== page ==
I can tell you from the pilot's perspective though, this is pretty difficult. You basically have to fly in a straight line (and therefore, hope nothing is in the way like a tree or an antenna) while you press PgDn (or whatever) to open that menu and prepare to eject everyone on final approach. In the meantime, you can't fly the Gal. I suppose you could set up a macro, but in either way it would require a little practice (which, I personally, am always willing to do, especially as regards increasing my Gal piloting skills).

            But those cases are pretty rare. Usually, I prefer taking those couple extra moments to fine tune my drop and put the squad somewhere highly accurate and advantageous (top of nice bldg, balcony on Tech Plant, etc.). The accuracy and cohesion this provides outweighs the disadvantages, IMO.

            Finally, I would like to stress the importance of planning your approach and using terrain for cover. Fly in from an unexpected angle, stay low, use terrain for cover, come out from behind a mountain, and you have just dropped a full squad (or 2!) of TG whoop-(you know what) directly on the point (or other objective) before they even know what's going on. Remember, low is life when flying the Gal!
            "The power of accurate observation is commonly called cynicism by those who have not got it." - George Bernard Shaw



            Comment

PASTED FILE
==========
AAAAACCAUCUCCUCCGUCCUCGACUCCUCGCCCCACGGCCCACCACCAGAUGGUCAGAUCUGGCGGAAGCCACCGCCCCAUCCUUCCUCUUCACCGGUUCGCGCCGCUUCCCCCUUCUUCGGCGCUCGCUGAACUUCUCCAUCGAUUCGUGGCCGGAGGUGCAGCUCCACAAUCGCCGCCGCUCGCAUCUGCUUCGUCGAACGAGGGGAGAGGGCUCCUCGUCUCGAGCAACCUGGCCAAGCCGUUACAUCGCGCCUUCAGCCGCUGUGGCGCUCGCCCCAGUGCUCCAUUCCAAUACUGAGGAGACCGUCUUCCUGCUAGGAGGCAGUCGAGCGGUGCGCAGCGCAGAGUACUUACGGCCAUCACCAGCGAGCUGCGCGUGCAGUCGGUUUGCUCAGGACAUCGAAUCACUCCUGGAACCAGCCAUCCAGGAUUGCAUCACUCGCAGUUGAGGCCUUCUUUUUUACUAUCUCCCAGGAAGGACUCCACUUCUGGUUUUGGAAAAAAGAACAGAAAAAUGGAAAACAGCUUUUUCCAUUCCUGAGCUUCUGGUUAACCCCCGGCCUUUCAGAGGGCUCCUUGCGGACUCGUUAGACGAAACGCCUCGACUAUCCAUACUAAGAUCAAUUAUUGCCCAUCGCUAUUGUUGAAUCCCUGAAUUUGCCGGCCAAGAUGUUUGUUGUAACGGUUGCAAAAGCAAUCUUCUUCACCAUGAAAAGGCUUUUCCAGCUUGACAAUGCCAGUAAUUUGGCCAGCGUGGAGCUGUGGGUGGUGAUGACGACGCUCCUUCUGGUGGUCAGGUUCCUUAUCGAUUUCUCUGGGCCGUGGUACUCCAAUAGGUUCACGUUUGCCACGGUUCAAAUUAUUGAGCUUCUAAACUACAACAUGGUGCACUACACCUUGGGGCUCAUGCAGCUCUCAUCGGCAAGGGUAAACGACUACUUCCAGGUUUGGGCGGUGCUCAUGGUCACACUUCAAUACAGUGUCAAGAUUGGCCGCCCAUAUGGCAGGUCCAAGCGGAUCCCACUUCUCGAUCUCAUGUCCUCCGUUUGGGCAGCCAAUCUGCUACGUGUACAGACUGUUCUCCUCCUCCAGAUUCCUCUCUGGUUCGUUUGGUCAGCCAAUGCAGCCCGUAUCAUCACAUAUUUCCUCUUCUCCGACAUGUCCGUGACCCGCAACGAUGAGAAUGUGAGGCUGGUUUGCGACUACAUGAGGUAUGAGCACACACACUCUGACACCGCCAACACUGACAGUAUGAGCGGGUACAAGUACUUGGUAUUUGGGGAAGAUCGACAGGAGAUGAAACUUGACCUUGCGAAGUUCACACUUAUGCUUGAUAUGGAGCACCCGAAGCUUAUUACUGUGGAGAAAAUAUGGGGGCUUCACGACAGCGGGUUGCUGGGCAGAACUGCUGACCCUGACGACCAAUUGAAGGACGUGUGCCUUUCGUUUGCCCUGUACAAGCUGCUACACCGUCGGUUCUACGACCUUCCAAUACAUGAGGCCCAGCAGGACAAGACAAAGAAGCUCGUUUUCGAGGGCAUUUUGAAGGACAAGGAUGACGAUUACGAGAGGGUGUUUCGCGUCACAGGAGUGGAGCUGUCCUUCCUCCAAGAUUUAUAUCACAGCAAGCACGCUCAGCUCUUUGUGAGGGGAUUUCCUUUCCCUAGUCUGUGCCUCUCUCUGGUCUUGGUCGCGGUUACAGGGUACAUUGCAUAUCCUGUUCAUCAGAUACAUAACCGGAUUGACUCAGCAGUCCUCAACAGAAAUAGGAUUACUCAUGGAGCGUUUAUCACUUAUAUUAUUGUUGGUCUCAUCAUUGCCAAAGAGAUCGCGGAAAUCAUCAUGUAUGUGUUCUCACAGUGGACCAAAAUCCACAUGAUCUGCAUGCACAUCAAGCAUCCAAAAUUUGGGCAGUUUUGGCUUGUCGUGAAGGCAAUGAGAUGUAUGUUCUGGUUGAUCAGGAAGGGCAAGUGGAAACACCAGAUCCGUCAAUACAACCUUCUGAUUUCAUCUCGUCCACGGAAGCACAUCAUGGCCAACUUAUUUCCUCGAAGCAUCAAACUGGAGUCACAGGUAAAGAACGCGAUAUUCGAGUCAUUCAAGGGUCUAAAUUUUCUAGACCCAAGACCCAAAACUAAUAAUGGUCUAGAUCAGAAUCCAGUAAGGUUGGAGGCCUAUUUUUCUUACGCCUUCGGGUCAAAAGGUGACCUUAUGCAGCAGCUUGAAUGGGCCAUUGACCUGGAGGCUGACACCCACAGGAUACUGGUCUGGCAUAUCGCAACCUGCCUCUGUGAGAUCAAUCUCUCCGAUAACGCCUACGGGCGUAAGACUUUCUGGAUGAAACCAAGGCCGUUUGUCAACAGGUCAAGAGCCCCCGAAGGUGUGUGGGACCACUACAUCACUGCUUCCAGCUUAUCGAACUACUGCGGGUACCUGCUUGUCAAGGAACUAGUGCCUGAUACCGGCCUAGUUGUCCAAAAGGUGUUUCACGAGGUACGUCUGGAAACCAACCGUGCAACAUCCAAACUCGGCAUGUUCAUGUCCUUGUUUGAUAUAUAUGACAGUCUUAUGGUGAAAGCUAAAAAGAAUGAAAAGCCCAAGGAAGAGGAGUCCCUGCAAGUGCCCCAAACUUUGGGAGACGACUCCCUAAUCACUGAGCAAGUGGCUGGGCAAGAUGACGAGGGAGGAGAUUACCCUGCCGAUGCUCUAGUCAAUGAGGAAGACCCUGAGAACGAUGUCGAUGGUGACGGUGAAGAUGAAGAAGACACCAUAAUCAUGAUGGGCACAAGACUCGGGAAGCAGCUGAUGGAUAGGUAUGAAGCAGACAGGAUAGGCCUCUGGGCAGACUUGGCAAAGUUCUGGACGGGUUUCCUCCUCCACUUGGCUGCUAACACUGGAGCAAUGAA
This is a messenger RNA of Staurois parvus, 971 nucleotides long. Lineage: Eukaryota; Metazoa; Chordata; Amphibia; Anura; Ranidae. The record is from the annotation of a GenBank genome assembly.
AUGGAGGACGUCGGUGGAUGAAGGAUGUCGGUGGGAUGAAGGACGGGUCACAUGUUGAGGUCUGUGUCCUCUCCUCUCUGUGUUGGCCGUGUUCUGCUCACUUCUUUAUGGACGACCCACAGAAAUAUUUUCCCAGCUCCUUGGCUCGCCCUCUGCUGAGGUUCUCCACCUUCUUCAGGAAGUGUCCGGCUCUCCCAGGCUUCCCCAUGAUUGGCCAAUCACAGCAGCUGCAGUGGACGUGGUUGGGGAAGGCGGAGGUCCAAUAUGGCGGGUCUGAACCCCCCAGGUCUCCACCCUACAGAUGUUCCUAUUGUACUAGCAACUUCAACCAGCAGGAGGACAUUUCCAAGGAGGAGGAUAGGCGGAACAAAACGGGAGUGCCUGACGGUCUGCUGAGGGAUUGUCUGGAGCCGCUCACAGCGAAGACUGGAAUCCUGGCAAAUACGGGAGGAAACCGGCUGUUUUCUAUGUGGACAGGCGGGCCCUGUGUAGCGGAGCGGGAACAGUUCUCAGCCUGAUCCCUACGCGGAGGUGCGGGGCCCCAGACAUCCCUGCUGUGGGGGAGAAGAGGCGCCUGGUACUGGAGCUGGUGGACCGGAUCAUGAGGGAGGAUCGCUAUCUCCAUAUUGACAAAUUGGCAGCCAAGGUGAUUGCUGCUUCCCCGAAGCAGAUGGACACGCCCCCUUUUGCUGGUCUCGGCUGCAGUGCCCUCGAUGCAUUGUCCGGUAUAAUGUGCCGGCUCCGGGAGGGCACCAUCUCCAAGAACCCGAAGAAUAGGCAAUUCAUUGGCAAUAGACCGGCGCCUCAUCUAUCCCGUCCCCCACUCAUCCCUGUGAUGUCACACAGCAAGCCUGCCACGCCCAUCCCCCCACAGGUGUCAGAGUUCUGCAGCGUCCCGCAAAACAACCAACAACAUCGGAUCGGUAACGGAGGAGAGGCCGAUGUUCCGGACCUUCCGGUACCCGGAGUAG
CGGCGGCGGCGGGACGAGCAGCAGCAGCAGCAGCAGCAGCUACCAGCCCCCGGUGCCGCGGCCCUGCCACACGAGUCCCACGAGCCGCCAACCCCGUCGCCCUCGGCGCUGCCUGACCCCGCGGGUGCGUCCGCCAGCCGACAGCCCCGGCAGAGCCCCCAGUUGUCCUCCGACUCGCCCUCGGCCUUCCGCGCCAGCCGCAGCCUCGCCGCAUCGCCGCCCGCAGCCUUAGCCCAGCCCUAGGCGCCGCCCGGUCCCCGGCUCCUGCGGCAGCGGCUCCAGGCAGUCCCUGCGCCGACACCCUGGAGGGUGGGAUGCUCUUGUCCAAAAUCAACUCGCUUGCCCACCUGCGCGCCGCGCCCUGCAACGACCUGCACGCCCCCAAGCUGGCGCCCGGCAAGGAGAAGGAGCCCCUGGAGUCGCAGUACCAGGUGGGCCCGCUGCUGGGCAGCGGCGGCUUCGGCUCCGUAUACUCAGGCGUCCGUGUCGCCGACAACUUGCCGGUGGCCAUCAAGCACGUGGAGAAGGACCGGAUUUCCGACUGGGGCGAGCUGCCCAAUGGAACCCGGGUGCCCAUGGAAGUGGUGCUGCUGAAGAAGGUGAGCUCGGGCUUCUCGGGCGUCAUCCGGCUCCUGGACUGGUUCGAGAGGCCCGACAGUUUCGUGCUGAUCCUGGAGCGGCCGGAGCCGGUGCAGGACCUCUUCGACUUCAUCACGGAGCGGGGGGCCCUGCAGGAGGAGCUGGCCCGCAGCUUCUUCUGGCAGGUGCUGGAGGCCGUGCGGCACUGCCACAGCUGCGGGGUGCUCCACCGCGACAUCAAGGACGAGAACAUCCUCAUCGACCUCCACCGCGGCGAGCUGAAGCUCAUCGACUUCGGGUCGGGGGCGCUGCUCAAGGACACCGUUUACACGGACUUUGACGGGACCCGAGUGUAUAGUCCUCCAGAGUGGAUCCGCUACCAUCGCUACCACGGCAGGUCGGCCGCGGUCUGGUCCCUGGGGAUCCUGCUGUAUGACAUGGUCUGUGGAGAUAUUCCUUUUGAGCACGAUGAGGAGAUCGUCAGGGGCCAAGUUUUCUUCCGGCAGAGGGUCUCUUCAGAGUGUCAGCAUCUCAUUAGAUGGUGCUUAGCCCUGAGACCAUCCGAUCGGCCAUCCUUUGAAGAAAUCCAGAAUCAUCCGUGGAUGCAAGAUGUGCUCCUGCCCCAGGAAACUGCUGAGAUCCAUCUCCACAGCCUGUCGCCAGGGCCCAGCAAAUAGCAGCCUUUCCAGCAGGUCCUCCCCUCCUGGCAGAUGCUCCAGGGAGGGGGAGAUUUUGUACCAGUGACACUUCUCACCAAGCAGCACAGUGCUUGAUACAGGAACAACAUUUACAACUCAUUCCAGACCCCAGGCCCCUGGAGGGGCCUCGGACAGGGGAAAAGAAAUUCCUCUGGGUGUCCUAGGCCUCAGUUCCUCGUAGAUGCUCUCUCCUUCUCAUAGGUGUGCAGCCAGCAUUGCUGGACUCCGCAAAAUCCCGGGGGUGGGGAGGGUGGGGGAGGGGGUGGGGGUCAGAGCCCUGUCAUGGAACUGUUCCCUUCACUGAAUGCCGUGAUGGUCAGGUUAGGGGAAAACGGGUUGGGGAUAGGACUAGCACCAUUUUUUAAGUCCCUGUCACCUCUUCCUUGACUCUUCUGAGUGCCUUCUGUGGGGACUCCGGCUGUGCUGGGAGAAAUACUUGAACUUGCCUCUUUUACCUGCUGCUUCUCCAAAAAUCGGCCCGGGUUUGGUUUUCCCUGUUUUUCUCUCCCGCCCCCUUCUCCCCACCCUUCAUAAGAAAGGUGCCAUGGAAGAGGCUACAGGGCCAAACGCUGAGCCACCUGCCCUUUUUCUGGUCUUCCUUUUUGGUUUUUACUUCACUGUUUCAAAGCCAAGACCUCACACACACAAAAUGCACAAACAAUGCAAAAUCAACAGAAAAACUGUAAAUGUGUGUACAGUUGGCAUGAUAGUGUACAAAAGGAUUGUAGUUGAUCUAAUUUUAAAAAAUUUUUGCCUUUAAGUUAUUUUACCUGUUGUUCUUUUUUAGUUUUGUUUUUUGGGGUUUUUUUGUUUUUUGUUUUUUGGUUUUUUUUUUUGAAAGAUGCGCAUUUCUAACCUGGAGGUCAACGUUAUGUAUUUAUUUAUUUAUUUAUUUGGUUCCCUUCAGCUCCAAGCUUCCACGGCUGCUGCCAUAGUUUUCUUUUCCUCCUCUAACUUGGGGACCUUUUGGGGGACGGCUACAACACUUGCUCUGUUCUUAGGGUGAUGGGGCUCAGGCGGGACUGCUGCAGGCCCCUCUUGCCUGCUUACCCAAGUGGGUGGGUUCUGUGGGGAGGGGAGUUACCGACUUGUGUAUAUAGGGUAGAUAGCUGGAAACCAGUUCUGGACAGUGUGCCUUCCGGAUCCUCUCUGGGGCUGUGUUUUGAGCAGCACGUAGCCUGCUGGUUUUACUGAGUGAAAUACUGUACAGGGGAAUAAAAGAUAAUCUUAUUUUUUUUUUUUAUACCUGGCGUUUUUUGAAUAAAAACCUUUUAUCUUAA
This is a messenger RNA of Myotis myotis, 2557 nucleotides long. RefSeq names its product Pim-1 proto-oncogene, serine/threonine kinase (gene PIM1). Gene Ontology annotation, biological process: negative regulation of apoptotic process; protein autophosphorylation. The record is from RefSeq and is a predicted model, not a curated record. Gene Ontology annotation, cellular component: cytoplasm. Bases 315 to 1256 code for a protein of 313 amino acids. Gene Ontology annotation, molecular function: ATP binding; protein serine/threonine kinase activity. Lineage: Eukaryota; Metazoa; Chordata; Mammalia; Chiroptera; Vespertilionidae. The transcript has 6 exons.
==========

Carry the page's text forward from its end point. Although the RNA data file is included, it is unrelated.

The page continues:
• #7
              Re: [Counter-Point] Our Lovable Flying Whale

              My thoughts on this are as follows

              -bear in mind alot of what im saying here has not been researched in any way Its all things i recall from shows on nat geo and history channle etc... so if anyone has any input on what the actual procedure was or still is id appreciate it.
              I thought I recalled a history channle show were paratroopers during WW2 were deployed behind enemy lines via higher altitude drops to disrupt the enemy. Though I also remember at the time it was particularly dangerous due to the technology available at the time. I suggest we look at doing the same deployment behind enemy lines. Higher altitude drops, when were deploying our troops to the rear and to the flanks of a fight, because the stealth aspect would be more valuable here, and also with the LZ being perhaps an open field, and the enemy having trouble locating us that would give us the necessary time to group up from a more scattered drop. A tactic to try and not a tactic to make official right here.
              Also Low altitude gal drops often time mimic this real life technique http://www.popularmechanics.com/mili...-a-helicopter/ the only difference is that often times were under fire, and that theres twelve of us doing that at a time and oh yeah there no ropes to manage. Also I think i should mention about your experiences with the low altitude drop. Also consider what is better. A shotgun style pattern of squad members around the building with perhaps some bouncing far off beyond the reach of medics, with the added benefit of stealth, or everyone landing tight on the building and minimizing the element of surprise, but with the added strength of squad cohesion... honestly its something i think we should taylor to the individual mission